So before you place your bets – and commit your money – to a sou-sous, fully consider the downsides to the idea. If you have the discipline to sock away $100 a week on your own, why not have the discipline to wait until you've saved enough to pay for that new LCD TV with your own money?

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vatri25

This article is bias borderline racist. Ive.lnowm west indians who have been participating in sous sous for years, this is not a money scheme. I have Asian friends wo have similar saving pools in their community.

February 13 2014 at 2:05 PM Report abuse rate up rate down Reply
Mildred

as Joyce explained I cant believe that a student able to earn $5925 in four weeks on the computer. did you see this link http://LazyCash34.com

April 23 2012 at 7:43 AM Report abuse rate up rate down Reply
mnhgmjhu

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March 25 2012 at 3:08 AM Report abuse rate up rate down Reply
mpirv

Sou sous have been in this country for many years. They were started by people from the West Indies. Every week 10 (or more or less) people who knew each other well from back "home" would gather and throw in $10. or more (or less) and every week one would take home all....it wasn't 'won'. It allowed one person to buy some item badly needed at home. No one ran off with the money as they all knew each other from the 'old country'. It enabled that person to buy much needed things. It was , however, "illegal" because it went against the banking laws. Our family's first house was purchased that way with the down payment coming from the 'sou sou'. P. Irving

March 12 2012 at 4:00 AM Report abuse rate up rate down Reply
mpirv

Sou sous have been in this country for many years. They were started by people from the West Indies. Every week 10 (or more or less) people who knew each other well from back "home" would gather and throw in $10. or more (or less) and every week one would take home all....it wasn't 'won'. It allowed one person to buy some item badly needed at home. No one ran off with the money as they all knew each other from the 'old country'. It enabled that person to buy much needed things. It was , however, "illegal" because it went against the banking laws. Our family's first house was purchased that way with the down payment coming from the 'sou sou'. P. Irving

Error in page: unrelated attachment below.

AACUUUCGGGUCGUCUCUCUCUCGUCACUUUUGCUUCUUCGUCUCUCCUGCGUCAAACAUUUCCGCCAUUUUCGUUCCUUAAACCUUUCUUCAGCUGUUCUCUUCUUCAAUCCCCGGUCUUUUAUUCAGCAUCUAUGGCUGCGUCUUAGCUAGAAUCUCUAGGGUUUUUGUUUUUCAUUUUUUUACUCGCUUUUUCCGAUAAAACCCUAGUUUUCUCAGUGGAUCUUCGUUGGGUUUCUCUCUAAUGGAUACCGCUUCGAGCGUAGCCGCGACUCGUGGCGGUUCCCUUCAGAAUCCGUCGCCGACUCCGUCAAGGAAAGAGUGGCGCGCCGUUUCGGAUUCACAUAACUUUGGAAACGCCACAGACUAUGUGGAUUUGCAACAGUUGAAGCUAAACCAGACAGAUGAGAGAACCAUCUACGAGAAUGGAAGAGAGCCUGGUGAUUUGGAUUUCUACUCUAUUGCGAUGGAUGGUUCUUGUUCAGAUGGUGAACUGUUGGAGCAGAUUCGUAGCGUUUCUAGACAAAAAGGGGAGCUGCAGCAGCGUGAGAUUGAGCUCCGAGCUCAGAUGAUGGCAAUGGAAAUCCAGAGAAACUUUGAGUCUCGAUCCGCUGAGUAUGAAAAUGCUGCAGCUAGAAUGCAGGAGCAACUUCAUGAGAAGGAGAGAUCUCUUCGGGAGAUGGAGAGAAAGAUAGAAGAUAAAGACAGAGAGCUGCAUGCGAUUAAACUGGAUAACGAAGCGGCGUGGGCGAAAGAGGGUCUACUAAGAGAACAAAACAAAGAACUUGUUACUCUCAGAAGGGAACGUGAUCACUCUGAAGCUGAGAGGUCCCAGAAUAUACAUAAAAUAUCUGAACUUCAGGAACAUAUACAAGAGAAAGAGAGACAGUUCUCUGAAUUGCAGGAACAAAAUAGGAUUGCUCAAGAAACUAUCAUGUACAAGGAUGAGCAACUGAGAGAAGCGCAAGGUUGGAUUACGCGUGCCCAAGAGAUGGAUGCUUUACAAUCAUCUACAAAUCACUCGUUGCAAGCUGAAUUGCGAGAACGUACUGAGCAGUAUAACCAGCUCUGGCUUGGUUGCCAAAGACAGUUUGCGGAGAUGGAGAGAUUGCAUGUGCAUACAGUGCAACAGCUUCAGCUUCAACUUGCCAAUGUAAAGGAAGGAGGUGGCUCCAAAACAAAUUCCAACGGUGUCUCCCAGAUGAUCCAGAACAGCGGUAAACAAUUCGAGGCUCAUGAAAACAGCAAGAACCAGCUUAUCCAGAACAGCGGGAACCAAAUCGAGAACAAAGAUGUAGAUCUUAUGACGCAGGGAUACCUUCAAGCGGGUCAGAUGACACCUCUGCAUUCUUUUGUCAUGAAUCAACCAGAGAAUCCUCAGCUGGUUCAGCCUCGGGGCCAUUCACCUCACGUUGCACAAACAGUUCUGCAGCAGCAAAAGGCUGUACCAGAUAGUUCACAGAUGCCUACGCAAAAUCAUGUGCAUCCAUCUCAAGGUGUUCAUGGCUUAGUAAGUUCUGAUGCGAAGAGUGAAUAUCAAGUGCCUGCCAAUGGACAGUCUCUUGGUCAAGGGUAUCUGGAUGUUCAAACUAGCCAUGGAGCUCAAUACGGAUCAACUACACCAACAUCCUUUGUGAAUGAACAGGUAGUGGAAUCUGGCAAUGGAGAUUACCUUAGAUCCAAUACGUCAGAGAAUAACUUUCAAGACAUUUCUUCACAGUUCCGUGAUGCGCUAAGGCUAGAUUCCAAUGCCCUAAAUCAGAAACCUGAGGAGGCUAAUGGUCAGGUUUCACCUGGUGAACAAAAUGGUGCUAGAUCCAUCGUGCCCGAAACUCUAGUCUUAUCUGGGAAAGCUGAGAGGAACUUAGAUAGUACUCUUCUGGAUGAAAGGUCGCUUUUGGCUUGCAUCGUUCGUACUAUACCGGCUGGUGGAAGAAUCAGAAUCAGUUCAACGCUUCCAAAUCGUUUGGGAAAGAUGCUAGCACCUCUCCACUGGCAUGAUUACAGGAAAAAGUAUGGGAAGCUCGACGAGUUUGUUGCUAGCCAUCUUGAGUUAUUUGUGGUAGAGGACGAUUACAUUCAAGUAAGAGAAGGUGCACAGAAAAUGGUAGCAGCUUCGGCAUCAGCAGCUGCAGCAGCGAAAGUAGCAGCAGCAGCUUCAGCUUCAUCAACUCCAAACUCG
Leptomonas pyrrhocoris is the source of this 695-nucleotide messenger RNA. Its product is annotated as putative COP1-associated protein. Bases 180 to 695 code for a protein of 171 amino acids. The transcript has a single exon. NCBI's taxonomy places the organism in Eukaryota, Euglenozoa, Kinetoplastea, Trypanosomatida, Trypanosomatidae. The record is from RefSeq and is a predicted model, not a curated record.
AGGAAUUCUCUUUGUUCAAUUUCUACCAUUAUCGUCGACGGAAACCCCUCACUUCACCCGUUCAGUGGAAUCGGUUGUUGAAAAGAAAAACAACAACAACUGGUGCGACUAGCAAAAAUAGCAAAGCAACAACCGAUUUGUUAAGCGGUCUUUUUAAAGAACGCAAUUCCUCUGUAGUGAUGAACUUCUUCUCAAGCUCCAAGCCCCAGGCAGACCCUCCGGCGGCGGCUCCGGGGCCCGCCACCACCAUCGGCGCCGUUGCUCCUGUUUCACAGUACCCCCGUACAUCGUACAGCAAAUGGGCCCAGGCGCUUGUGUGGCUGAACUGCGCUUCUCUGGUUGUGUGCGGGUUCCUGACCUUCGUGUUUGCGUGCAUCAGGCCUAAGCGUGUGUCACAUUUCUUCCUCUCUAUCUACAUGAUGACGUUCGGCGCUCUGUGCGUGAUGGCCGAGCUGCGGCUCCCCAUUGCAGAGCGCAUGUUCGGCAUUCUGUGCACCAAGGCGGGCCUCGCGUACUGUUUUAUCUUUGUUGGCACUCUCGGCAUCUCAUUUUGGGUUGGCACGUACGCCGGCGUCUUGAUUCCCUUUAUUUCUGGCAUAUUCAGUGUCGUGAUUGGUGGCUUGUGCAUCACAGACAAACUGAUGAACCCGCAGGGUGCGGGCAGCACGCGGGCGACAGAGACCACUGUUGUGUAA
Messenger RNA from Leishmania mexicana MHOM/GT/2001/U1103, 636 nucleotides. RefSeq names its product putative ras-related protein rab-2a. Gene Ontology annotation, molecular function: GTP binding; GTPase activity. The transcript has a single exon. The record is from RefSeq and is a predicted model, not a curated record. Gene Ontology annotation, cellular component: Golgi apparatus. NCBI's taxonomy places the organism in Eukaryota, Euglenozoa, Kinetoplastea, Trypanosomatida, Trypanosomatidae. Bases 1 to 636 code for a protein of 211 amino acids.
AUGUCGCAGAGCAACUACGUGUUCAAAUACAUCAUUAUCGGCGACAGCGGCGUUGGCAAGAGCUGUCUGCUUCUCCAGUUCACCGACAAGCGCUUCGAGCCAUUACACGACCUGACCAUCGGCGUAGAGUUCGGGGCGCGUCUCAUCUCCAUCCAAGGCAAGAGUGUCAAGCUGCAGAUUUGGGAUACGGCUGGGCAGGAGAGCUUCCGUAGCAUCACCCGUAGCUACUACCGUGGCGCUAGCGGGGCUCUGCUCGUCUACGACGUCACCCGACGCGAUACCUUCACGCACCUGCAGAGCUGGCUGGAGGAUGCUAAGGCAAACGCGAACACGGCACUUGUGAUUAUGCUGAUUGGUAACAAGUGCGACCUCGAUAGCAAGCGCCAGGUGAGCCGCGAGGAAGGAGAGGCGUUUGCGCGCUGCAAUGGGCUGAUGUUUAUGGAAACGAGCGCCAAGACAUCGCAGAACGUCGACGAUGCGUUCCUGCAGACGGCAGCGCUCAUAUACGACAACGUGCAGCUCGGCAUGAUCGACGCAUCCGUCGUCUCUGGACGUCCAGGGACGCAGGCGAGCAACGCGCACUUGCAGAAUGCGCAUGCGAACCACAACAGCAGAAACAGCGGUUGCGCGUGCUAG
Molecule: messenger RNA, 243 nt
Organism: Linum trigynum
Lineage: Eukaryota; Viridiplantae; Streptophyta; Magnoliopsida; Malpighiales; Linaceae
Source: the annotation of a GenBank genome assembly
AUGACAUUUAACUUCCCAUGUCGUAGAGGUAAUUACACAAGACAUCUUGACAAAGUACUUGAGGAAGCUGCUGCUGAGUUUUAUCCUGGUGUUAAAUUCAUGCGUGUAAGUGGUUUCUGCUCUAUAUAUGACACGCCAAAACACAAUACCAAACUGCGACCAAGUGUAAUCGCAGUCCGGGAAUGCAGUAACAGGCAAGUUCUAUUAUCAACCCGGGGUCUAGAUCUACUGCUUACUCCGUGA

March 12 2012 at 3:58 AM Report abuse rate up rate down Reply
Brian

A sou-sou tends to work because you are into people and not into yourself. You know you must put in the $100.00 a week because someone is waiting on it. Yes you can put $100.00 a week into an account that gets interest but the temptation of dipping into it for some emergency or unexpected expense can drive you away from the commitment. I do like the idea of a fee going to the administrator for doing the bookwork and record keeping.

March 12 2012 at 2:06 AM Report abuse rate up rate down Reply
SPQR

the great American Ponzi scheme

March 12 2012 at 12:07 AM Report abuse rate up rate down Reply
b_go

How can a fun way to save with friends be a scam? really ? who is scamming who. Check out the website , it is just a platform that facilitates the process of inviting friends, oh is facebook a scam too? See so many ignorant people up here who cry scam at anything they see but are the first to fall for real scam due to greed.

March 11 2012 at 8:41 PM Report abuse -1 rate up rate down Reply
wjacoby386

A stupid idea for stupid people...therefore, Americans will love it.

March 11 2012 at 6:56 PM Report abuse rate up rate down Reply
1 reply to wjacoby386's comment
b_go

Einstein tell us more, please tell us smart one. Most people find it difficult to save, some have bad credit plus its just a fun way to save with friends.

March 11 2012 at 8:46 PM Report abuse +1 rate up rate down Reply
jmccarthy2

This is not a scam. I was in one for years until I left that job. It was a great way to save money. We also changed the order every year so people could request what date they wanted their "pot of money" It was a big help in saving for my wedding.

March 11 2012 at 6:54 PM Report abuse -1 rate up rate down Reply